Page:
Come Back Tomorrow

Another frequent problem is people beginning practice routines too rapidly. They practice several hours per day for a week or two and then are never to be seen again. Or, the more disciplined among them continue practicing several hours per day, but resent the activity and as a result are not fully engaged (thus they’re not practicing as deliberately as they could be).

Either way I’ll make a simple recommendation. Practice just enough so that you’ll still want to come back tomorrow. Our lives are too short to be spent doing things we don’t love. If you’re trying to logically rationalize why you need to spend more time practicing there’s a good chance you’re settling for an activity that’s not the ideal fit for you (at least at that time).

Take Breaks

I recommend a standard routine of six days of practice per week. If you love the activity you’re practicing (and you should if you’re seriously pursuing mastery in it) then you’ll be happy to practice this often.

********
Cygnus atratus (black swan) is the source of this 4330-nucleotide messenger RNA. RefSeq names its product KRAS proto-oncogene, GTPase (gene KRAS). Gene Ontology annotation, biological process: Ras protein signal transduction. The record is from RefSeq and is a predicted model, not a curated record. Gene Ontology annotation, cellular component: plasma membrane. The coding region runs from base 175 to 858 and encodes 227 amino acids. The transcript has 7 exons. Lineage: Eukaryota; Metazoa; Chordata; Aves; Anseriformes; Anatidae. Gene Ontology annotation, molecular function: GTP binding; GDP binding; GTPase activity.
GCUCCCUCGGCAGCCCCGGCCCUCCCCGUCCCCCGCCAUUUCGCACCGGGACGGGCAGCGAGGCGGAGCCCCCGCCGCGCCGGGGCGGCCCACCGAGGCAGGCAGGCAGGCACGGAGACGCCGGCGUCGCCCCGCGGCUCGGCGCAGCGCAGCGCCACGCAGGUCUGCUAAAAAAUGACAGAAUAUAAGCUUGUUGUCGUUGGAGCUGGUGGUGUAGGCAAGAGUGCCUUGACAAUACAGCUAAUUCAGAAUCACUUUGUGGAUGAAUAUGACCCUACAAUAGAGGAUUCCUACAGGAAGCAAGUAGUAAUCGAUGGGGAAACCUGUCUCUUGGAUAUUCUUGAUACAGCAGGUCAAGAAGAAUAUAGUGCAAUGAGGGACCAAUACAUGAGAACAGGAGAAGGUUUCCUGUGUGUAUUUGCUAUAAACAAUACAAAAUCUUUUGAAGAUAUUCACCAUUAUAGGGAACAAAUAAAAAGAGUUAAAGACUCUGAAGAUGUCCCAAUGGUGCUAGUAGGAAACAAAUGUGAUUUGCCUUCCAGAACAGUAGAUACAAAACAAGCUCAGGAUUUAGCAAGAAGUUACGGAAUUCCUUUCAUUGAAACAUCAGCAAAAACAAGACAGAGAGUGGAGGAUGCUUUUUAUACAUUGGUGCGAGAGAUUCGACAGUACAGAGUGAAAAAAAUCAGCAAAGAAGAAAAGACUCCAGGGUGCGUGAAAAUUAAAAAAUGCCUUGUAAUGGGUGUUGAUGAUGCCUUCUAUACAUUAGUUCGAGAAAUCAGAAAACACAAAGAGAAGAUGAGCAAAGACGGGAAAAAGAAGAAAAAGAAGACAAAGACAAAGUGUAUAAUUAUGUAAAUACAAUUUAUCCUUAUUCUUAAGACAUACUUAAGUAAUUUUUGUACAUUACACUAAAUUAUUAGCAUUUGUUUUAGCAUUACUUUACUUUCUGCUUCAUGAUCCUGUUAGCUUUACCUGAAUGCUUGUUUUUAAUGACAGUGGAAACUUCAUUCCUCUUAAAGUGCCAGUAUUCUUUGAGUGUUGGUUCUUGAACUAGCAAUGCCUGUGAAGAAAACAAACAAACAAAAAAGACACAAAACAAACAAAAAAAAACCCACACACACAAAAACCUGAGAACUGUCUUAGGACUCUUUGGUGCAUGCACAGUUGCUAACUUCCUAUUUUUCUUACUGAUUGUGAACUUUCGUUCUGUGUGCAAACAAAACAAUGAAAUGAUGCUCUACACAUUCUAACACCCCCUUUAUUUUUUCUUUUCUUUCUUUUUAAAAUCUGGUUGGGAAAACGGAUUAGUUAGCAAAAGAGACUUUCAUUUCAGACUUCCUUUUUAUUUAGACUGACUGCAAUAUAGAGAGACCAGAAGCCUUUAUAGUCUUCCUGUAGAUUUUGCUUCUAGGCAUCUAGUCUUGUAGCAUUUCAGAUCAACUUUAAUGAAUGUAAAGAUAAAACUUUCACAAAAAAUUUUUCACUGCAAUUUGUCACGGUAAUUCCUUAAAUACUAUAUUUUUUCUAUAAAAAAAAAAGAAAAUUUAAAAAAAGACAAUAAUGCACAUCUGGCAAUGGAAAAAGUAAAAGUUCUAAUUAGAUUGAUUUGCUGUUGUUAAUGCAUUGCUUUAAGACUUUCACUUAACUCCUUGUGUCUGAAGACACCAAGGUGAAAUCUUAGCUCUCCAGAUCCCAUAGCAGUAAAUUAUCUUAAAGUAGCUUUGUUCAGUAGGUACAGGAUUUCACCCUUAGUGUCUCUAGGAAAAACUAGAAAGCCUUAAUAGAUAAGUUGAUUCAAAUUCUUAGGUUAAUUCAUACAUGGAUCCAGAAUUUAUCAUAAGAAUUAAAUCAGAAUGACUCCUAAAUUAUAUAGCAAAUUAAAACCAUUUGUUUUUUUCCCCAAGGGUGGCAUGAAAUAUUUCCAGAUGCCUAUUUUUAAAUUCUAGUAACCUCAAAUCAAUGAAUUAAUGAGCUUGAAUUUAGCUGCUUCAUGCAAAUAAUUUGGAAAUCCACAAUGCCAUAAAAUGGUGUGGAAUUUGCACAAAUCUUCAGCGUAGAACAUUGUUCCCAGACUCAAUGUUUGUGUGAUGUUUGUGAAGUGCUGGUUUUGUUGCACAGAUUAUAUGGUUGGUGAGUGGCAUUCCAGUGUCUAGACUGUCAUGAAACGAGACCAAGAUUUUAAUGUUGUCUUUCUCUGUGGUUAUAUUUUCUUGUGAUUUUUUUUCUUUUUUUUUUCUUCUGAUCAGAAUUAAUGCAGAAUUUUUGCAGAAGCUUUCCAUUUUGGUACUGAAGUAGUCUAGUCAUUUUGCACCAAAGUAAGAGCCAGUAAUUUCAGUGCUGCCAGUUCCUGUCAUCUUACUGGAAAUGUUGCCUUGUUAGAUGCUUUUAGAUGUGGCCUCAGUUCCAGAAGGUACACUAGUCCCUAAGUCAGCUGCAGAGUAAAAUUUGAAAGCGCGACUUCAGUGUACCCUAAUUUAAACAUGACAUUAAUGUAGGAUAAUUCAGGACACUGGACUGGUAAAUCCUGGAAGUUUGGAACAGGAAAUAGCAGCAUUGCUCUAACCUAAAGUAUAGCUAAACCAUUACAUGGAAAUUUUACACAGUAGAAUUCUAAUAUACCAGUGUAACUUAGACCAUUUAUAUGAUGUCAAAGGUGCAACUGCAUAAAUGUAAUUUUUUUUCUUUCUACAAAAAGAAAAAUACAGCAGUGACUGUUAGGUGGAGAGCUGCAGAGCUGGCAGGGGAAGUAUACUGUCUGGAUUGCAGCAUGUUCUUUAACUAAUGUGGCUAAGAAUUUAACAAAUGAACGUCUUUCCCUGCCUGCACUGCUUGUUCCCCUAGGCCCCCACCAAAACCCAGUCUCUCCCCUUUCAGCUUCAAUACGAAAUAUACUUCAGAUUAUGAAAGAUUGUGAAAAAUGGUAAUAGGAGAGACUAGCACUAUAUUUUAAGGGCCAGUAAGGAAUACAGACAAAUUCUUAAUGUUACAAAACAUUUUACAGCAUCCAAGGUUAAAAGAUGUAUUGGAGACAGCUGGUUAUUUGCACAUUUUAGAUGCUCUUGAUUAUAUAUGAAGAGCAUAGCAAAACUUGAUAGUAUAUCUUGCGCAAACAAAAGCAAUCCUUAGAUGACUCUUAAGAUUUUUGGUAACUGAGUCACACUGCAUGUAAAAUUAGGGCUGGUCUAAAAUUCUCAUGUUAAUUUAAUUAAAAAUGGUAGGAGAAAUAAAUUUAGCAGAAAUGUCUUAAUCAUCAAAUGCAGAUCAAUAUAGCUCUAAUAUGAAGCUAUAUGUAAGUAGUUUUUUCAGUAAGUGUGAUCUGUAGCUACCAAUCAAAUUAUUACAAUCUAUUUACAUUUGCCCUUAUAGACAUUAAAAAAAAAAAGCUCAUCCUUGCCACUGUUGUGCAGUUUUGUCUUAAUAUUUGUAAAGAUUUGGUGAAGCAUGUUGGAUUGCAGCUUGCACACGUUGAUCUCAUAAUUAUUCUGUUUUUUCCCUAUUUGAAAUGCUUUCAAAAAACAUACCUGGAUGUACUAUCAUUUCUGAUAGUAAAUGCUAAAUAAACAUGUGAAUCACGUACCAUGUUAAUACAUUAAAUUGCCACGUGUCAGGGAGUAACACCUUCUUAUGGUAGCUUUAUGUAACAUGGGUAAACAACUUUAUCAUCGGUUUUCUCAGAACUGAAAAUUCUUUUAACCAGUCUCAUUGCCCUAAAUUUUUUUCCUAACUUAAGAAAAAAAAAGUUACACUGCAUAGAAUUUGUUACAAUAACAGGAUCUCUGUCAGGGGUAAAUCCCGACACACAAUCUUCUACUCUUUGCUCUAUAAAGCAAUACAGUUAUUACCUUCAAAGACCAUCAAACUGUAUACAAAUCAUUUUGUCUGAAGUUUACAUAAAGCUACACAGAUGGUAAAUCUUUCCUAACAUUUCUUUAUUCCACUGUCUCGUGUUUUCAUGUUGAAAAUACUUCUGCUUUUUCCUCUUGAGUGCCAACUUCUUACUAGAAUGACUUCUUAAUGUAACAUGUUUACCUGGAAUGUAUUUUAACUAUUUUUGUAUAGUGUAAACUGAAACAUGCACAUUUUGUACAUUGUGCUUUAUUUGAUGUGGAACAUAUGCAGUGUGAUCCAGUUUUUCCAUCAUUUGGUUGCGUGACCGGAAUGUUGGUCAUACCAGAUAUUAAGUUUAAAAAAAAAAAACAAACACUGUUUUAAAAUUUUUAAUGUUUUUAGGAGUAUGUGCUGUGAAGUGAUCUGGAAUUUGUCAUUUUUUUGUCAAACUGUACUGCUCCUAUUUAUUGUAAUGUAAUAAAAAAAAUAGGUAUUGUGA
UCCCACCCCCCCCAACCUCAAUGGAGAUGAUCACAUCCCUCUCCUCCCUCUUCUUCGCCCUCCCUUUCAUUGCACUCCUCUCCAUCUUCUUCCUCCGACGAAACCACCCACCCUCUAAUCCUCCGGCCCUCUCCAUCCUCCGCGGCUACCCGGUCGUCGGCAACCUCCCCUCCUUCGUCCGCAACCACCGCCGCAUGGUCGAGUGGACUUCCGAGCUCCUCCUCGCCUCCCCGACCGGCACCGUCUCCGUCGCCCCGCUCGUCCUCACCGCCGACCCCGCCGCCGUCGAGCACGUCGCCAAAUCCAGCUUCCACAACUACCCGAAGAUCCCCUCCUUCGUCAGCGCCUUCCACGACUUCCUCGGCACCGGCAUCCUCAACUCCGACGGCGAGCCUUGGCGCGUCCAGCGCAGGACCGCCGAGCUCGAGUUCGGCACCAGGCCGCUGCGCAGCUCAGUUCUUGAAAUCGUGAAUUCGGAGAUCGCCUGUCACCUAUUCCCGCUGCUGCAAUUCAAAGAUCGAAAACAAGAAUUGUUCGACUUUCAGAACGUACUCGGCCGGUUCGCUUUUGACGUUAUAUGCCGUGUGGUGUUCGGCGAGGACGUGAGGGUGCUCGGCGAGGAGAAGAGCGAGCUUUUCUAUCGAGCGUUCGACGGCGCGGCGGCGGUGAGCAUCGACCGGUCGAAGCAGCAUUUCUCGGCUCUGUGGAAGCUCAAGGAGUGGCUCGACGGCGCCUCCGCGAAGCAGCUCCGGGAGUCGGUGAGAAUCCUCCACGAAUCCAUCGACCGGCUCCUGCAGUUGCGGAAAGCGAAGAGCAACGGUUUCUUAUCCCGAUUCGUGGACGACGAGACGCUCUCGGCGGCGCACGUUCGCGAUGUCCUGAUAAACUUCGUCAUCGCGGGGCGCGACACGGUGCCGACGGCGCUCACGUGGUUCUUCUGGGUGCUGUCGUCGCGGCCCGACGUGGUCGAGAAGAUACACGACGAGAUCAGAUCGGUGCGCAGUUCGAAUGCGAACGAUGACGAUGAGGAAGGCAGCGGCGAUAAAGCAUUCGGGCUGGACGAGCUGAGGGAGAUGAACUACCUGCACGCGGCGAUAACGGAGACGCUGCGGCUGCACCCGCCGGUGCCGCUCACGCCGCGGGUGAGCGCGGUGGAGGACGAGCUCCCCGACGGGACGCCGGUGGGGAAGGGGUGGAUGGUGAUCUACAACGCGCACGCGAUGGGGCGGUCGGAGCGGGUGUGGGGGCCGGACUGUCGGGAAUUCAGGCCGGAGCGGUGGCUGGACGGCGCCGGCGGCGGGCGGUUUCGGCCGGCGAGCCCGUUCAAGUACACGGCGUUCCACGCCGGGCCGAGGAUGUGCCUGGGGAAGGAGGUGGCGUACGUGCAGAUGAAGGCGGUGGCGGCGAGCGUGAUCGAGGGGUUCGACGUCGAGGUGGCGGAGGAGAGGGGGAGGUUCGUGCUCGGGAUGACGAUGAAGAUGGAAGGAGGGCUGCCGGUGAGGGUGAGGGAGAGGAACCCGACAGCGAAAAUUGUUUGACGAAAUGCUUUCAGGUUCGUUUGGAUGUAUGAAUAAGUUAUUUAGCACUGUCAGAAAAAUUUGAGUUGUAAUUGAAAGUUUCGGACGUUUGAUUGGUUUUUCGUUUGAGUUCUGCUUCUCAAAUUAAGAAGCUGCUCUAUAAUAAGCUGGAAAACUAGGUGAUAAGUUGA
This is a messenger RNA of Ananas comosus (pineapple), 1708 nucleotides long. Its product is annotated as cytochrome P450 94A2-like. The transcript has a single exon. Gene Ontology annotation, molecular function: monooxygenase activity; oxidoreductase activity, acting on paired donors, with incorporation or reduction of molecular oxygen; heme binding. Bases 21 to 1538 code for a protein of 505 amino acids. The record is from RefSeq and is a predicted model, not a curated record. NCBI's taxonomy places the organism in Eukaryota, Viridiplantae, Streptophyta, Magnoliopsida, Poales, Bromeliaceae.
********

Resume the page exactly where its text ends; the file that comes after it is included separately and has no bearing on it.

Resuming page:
The reason I don’t recommend practicing seven days per week is because I’ve found that having a full 24 hours each week where you can step away from your craft is extremely beneficial.

Although practicing seven days per week may appear to be the ideal practice routine, many people progress faster when practicing six days per week because they’re able to be more enthusiastic about their training and thus be more engaged.

Having a regular break from practice each week can also provide you with additional scheduling flexibility and make adhering to your practice routine easier.

Finally, your day off will allow your brain to assimilate the things you’ve learned over the last week using the incubation effect. Overall it’s a matter of personal preference and the field you’re pursuing mastery in, but consider 6 days of practice per week as a baseline to experiment from.

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The World Is Your Mirror

There’s something very esoteric about the eyes of human beings. When you hold extended eye contact with someone you can peer into their soul, yet at the same time it’s impossible to see your own eyes without the use of a mirror (or other reflection).